Project WOW is a property maintenance, repair and GED-preparation program open to Philadelphians ages 18 to 21 who lack a high school diploma.
D’Mitri Copeland, a 19-year-old from Mount Airy, attended five high schools before dropping out his junior year.
“School wasn’t my thing,” he said.
Copeland’s thing has turned out to be Project WOW (World of Work), a property-maintenance, repair/weatherization and GED preparation program.
Project WOW takes place at Orleans Technical Institute, a program of JEVS Human Services that is located at 2770 Red Lion Road. It is open to Philadelphians ages 18 to 21 who have no high school diploma and meet income eligibility requirements.
The state funds the 16-week program, and it is free for participants. They even receive a weekly transportation allowance and gift cards for perfect attendance.
“They’ve really hit the lottery and need to take advantage of it,” said program manager Sylvia Ocasio.
The out-of-school young people receive hands-on training and leave with job-ready skills in basic carpentry, electrical and plumbing.
Specifically, they learn framing; drywall; painting; tiling; door, window, toilet, bathtub and sink installation; welding; wiring of receptacles, switches and light fixtures; and sweating copper pipe.
Douglas Moore is the hands-on training instructor, and Victoria Meder teaches the GED class.
Classes are held weekdays from 7:45 a.m. to 2:30 p.m., and lateness and absences are not tolerated, from orientation day to graduation day. Students learn interviewing skills, how to create a resume and job-seeking techniques so they can get and keep a job.
Recent graduates have been successful in entering the work force.
“They find jobs in the field, even though the economy is the way it is,” Ocasio said.
The current class started on Sept. 19 and concluded just a few weeks ago. Later this year, they will join other Orleans graduates at a ceremony, complete with cap and gown, at Northeast High School.
Fourteen people started, and just one has dropped out. The class consists of 10 men and three women.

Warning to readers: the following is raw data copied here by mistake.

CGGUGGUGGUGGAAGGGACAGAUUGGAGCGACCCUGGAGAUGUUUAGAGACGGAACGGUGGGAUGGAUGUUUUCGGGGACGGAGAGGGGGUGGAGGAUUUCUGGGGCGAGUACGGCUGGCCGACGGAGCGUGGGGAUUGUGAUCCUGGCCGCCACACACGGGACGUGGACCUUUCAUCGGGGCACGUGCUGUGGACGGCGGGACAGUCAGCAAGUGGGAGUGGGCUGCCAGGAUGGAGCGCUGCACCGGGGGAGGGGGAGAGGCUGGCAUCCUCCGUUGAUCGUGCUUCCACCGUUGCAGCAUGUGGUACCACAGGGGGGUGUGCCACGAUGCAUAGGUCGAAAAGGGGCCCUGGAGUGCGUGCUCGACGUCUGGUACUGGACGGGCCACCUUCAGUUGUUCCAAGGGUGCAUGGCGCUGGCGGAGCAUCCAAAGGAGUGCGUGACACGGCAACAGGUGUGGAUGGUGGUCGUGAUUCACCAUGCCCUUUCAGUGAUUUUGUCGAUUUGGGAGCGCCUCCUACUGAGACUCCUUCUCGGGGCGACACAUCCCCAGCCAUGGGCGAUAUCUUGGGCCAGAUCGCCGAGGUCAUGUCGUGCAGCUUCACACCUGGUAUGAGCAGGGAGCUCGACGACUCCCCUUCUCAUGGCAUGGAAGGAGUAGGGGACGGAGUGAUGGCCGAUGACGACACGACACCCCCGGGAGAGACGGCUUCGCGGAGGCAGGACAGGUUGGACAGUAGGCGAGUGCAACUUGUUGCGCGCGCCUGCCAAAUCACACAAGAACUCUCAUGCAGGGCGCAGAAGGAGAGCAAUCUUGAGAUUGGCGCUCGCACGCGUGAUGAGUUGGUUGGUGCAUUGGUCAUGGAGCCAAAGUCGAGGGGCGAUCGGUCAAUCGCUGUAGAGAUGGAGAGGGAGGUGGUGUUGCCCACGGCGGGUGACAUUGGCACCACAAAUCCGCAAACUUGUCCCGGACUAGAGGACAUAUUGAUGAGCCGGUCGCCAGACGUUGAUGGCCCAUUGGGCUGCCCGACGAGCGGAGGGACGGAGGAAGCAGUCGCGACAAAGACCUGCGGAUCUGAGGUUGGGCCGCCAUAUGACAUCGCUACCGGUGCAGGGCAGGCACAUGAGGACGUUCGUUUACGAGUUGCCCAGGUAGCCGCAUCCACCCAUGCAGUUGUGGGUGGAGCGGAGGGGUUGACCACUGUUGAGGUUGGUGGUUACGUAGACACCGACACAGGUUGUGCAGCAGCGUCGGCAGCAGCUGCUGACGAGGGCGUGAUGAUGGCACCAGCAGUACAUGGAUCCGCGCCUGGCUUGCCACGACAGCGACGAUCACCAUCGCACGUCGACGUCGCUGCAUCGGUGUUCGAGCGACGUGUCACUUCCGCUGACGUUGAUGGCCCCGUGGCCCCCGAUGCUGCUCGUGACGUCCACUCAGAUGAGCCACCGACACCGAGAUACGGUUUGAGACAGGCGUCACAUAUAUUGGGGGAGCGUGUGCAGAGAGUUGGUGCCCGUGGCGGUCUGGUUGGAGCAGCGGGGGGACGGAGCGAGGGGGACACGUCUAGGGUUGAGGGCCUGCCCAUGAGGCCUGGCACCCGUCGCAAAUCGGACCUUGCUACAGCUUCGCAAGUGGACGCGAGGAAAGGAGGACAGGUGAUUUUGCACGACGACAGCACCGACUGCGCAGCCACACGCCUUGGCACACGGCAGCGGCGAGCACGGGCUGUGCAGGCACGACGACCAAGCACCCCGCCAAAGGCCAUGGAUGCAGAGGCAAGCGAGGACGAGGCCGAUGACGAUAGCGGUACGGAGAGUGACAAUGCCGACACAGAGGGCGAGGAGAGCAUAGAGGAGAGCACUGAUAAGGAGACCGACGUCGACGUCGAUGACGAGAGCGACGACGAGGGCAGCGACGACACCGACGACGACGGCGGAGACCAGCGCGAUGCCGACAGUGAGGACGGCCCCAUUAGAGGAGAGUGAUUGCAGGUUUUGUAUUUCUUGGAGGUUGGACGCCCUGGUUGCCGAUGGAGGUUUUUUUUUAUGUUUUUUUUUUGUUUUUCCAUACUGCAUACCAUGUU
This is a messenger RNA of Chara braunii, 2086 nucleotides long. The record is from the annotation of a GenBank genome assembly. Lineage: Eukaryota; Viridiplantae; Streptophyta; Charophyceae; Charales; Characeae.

Moore, the 37-year-old, Brooklyn-born training instructor, graduated from a six-month Orleans carpentry class last February. He’s been teaching Project WOW since May and believes he can connect with the students because he knows their struggles of growing up in single-parent homes and being unemployed or working at a dead-end job.
“But I don’t let them use that as a crutch,” he said. “I’m not going to hold their hand, but I am going to walk with them on this route.”
Moore does hope to become sort of a role model for his students and family.
“If I want to raise productive children, I have to be productive,” he said.
Moore had grand goals for his students.
“I want to produce entrepreneurs,” he said. “I want to produce the next generation that’s going to run this world.”
Copeland has learned everything from teamwork to demolishing a building.
Upon graduation, he’ll be willing to work for free for the experience.
At some point, he wants to become certified in heating, ventilation and air conditioning. He’s glad he enrolled in the program.
“I’ve learned a lot. When I started coming here, I valued school more,” he said. “This is a free opportunity, and I have to take advantage of it. It’s turned out good. It’s a wonderful program. I look at Orleans as the turning point in my life.
“Once I leave here, I’m going to look for work, and my goal is to get certified in HVAC and carpentry. I want to be an entrepreneur.”
Jeremy DeSilvis attended Charlotte High School in Florida. He got in fights and left in 10th grade because some students began bringing weapons to school.
“After I dropped out, I worked with my dad for a while, then moved back to Philly,” he said.
Today, he is 20 and lives in Holmesburg. He came to Project WOW with carpentry experience from working with his dad and has learned enough in the program to be able to fix a recent major plumbing problem with his bathroom sink.
“I’m thinking about coming back here and learning more about plumbing,” he said of post-graduation plans.
Keven McCarthy, a 20-year-old from Rhawnhurst, attended Thomas Shallcross School starting in seventh grade. He left in 11th grade. He worked in fast-food restaurants but now wants to build a brighter future because he has a young daughter. He responded to a newspaper ad about the program.
“It sounded like a good opportunity,” he said. “It’s opened up my mind more.”
McCarthy said he’s learned to be responsible in the classroom and hopes to bring that to the work site.
“I want to start a little business and build the business from the ground up,” he said. ••
For more information on Project WOW, contact Sylvia Ocasio at 215-728-4707 or Sylvia.firstname.lastname@example.org